Charlie Blackmore, your player character, has the very special ability to hop into larger Matryoshka dolls and use their special abilities for himself. By possessing people, and using their abilities, you must solve puzzles that will allow you to free children from forced labor, and eventually find your missing family. Stacking is presented like a silent-film in cutscenes, but it plays out in the usual third-person viewpoint. As for the puzzles, most of them can be solved multiple ways. Even though I’ve finished the story mode, my actual completion percentage isn’t even 70% yet. Stacking makes the most of its modest number of levels, and it feels like it was a labor of love. I can’t recall much about the original Xbox Live release, but the Steam version did have a few issues: missing sound effects, and frame skips, but there weren’t any major bugs that stopped me from wanting to get back into the game. If you haven’t played it before I strongly recommend it.
(He is the smallest of his family. He will override your free will)
I’ve continued playing Fire Emblem Echoes in a very casual sort of way this month. That being said, I made a bit of actual progress in the story. Celica, after having defeated pirates and making it back to the mainland, has finally reunited with Alm. Unfortunately, they had a fight and have gone their separate ways. Now Alm is heading east, and Celica is heading north, but I don’t think either are too concerned with reuniting quite yet.
I don’t like MMO-RPGs. I almost exclusively play single player games, and even though World of Warcraft and Final Fantasy XIV didn’t force me to play with other people, the quest structure, and way combat worked didn’t really appeal to me. I can’t recall why exactly I chose to purchase .Hack//G.U. Last Recode other than it was on sale and I used to watch the original .Hack//sign series when I was a teenager. Last Recode is a collection of the 4 games in the G.U. series, a sequel series to Sign. This month, I played through the first of the four parts of Last Recode, .Hack//G.U. Rebirth. I was a bit worried that combat would be based around cooldown timers and auto-attacks, but playing G.U. Rebirth reminded me more of Kingdom Hearts: You hammer on the X button to attack enemies and can use special abilities by holding R2 and selecting the attack you want to use from a list that gets a bit more robust as you master whichever weapon you happen to have equipped. These special attacks are tied to a cool-down timer, but I never felt like I was waiting too long to damage enemies.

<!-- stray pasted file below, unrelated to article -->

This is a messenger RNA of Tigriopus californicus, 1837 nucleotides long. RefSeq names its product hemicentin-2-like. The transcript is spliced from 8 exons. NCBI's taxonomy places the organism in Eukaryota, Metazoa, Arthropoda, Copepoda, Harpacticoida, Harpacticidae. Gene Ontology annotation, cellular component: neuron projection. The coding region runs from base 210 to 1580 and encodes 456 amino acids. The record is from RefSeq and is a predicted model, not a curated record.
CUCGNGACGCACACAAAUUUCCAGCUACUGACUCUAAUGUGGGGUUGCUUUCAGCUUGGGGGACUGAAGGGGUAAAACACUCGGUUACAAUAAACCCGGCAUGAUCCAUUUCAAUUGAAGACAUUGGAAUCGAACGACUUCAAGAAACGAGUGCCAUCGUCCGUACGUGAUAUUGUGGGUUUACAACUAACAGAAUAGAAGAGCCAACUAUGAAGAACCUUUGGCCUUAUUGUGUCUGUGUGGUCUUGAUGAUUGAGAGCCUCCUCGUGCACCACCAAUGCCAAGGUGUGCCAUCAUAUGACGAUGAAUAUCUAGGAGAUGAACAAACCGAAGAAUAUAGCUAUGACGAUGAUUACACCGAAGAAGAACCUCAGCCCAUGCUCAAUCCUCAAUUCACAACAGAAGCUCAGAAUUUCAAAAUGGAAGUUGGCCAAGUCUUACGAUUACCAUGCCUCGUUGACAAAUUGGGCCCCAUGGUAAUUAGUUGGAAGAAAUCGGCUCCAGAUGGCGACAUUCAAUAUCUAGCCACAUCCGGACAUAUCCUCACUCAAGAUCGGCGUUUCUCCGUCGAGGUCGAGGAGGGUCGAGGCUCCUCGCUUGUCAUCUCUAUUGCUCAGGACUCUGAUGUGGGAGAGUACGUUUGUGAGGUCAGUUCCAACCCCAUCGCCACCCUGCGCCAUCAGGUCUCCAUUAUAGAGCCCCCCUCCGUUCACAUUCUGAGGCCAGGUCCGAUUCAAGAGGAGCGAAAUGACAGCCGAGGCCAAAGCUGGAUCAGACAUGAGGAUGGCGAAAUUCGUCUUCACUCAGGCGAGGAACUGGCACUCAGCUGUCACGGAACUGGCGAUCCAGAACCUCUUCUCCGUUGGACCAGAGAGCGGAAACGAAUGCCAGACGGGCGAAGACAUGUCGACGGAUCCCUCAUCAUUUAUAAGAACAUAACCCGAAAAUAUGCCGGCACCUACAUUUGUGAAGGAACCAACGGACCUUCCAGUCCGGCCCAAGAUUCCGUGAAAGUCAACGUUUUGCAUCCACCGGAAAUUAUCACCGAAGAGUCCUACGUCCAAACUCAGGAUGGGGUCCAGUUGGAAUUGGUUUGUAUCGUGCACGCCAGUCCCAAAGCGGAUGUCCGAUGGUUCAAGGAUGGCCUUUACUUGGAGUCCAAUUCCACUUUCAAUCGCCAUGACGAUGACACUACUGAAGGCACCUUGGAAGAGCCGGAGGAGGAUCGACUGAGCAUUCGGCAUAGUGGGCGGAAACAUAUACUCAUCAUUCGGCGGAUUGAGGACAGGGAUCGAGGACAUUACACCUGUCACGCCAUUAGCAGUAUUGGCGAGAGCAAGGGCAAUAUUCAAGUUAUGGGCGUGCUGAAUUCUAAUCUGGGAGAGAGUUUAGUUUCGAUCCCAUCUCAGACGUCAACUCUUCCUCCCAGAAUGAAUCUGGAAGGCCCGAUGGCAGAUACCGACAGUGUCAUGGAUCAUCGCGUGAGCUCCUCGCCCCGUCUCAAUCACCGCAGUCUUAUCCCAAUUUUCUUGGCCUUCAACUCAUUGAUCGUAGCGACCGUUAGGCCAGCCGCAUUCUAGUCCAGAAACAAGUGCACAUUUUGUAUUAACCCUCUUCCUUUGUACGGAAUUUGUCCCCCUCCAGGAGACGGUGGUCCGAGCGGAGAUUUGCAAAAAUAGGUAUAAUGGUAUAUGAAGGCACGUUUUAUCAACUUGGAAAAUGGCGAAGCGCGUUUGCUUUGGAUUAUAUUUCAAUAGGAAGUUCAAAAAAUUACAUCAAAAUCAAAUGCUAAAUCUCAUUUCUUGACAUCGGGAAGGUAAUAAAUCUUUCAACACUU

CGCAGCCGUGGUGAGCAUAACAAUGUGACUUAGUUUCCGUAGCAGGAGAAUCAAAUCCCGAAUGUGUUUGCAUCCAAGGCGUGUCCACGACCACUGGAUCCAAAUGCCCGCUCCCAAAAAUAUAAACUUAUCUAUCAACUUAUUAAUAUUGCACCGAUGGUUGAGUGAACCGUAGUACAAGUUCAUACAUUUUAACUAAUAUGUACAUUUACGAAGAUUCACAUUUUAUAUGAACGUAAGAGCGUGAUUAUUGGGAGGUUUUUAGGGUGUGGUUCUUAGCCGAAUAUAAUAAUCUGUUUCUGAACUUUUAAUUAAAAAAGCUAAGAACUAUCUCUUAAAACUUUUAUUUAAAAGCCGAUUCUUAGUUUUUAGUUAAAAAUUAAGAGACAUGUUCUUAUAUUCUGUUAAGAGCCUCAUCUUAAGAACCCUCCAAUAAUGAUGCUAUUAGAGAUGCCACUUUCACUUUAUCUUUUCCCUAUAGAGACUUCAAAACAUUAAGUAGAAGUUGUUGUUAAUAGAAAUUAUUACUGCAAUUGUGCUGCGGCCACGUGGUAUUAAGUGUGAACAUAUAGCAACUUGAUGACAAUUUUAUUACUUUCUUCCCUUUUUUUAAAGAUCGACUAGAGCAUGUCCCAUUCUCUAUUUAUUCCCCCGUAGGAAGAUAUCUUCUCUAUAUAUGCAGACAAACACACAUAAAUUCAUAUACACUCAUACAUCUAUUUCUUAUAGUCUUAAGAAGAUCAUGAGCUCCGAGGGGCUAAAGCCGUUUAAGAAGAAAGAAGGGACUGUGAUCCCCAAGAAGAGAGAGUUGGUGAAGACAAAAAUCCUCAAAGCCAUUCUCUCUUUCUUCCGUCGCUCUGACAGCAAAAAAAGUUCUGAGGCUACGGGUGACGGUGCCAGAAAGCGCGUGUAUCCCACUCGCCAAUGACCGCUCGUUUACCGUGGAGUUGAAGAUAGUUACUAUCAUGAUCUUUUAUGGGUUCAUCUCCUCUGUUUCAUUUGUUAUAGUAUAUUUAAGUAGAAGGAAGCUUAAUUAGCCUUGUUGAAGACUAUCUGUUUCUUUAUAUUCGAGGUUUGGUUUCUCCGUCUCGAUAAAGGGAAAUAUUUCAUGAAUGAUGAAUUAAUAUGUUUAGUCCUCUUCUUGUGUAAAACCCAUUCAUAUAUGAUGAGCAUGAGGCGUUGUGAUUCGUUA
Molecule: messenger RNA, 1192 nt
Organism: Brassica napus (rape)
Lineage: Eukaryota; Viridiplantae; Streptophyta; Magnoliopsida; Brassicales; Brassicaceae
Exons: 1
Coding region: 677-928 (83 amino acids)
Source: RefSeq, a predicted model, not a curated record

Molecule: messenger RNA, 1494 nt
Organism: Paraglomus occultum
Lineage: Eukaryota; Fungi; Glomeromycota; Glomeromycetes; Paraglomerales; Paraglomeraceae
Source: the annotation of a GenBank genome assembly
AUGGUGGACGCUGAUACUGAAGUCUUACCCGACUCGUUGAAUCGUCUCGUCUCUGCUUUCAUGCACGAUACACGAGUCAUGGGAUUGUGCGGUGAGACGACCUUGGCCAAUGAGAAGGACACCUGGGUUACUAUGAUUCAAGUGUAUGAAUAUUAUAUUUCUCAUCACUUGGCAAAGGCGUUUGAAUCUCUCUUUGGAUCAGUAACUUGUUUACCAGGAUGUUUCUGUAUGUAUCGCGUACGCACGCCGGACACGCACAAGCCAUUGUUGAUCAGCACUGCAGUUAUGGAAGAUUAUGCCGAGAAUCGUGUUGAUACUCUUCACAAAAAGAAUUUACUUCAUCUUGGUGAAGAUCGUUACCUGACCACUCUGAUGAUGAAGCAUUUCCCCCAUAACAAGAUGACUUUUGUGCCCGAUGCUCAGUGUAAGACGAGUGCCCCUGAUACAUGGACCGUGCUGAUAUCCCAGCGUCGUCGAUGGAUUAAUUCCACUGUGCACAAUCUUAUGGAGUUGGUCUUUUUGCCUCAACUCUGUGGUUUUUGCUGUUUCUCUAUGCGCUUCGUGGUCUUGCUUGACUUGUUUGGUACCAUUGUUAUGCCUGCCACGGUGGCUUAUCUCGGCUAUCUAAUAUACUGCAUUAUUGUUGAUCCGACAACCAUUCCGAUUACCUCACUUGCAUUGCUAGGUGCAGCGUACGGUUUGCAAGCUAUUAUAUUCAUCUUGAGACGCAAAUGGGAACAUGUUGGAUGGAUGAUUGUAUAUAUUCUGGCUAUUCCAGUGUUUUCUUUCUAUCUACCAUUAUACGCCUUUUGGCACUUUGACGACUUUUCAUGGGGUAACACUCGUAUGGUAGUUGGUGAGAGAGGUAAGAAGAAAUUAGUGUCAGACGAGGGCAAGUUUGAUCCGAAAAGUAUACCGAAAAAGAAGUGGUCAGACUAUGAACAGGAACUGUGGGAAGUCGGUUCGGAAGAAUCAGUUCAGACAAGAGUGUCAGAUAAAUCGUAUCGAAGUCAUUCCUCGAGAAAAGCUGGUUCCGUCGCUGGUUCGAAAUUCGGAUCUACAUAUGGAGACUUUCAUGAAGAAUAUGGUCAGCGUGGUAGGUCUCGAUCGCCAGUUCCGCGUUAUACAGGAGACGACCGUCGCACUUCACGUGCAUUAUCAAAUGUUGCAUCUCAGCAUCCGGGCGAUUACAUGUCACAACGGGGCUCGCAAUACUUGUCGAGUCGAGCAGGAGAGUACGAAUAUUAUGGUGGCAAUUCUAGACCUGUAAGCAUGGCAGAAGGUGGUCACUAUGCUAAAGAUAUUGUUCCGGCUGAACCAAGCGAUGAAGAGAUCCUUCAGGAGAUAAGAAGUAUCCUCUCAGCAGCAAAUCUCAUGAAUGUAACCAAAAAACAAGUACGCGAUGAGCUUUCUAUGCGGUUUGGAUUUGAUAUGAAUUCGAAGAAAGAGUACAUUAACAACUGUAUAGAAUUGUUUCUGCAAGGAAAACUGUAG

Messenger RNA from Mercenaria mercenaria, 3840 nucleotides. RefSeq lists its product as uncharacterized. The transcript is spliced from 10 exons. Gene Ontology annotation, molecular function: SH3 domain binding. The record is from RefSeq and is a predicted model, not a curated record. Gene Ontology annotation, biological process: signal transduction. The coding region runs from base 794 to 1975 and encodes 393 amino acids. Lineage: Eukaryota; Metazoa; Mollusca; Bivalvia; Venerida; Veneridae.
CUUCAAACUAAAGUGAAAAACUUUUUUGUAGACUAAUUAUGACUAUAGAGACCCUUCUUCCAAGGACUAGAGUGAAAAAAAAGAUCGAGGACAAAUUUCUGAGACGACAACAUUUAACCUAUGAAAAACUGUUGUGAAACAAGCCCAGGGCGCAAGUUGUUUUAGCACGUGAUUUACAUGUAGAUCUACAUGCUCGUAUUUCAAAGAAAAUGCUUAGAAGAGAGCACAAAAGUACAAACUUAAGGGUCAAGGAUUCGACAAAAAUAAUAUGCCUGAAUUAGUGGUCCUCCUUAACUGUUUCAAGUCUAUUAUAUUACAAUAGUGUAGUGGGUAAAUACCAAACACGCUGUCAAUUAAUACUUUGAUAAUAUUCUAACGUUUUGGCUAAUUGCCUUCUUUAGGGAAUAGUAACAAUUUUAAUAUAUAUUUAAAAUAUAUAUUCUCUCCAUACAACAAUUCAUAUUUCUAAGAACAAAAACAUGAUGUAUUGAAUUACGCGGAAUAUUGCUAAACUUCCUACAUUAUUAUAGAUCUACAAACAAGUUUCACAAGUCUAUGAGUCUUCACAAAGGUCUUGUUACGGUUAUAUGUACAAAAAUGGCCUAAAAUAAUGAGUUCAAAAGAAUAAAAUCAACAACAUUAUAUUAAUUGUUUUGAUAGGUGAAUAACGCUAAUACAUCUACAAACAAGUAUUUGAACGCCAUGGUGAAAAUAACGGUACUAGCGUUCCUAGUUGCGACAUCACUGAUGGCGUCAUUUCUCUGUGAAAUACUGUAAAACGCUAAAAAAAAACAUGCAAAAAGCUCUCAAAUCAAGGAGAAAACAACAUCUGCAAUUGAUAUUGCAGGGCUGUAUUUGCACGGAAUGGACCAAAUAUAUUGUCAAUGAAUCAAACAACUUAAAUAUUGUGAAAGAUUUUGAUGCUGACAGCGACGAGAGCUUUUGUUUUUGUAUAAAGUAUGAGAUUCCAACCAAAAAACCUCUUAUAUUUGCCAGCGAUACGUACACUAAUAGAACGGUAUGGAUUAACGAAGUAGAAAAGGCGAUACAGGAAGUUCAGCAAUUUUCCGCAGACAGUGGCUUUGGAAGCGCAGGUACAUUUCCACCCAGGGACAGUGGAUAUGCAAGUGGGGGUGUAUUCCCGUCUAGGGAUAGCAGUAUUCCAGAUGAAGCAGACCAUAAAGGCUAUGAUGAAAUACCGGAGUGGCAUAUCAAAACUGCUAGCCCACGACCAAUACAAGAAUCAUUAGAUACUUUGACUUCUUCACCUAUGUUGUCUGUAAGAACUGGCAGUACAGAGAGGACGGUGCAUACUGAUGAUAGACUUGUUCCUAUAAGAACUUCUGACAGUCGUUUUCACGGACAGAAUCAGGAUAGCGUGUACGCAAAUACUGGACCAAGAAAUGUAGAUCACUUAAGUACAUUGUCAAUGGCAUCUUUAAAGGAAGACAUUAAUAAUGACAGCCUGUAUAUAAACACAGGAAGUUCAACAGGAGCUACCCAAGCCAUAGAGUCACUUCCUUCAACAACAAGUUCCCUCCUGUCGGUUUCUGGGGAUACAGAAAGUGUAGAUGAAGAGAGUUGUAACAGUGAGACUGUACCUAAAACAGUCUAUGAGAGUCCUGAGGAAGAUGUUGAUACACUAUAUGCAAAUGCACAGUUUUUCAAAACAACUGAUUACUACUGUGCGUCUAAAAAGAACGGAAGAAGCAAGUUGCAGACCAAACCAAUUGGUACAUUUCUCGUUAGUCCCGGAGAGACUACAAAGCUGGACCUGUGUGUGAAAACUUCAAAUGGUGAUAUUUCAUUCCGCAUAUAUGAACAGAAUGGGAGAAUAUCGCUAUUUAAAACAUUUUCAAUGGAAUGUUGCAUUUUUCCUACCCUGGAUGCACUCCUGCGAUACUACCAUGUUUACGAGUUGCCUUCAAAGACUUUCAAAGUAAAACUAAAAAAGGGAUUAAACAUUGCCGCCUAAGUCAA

Enemy encounters are based on the zones you load into and can be skipped more often than not. G.U. is somewhat odd in how it’s structured: the main menu is similar to a PC’s operating system. You can access a news source, a forum, a settings menu that allows you to change the wallpaper and background music of your desktop, an email client, and two games: Crimson Vs is a collectible card game which doesn’t seem to ever be available in G.U. Rebirth, and The World. The World has its own news source and forums, and it’s from these menus that you can find new keywords. Once you log into The World itself, you’re automatically put into the last hub town you were in when you logged out, usually Mac Anu but potentially Lumina Cloth. The former is a town with a handful of shops, and lots of NPCs to talk to.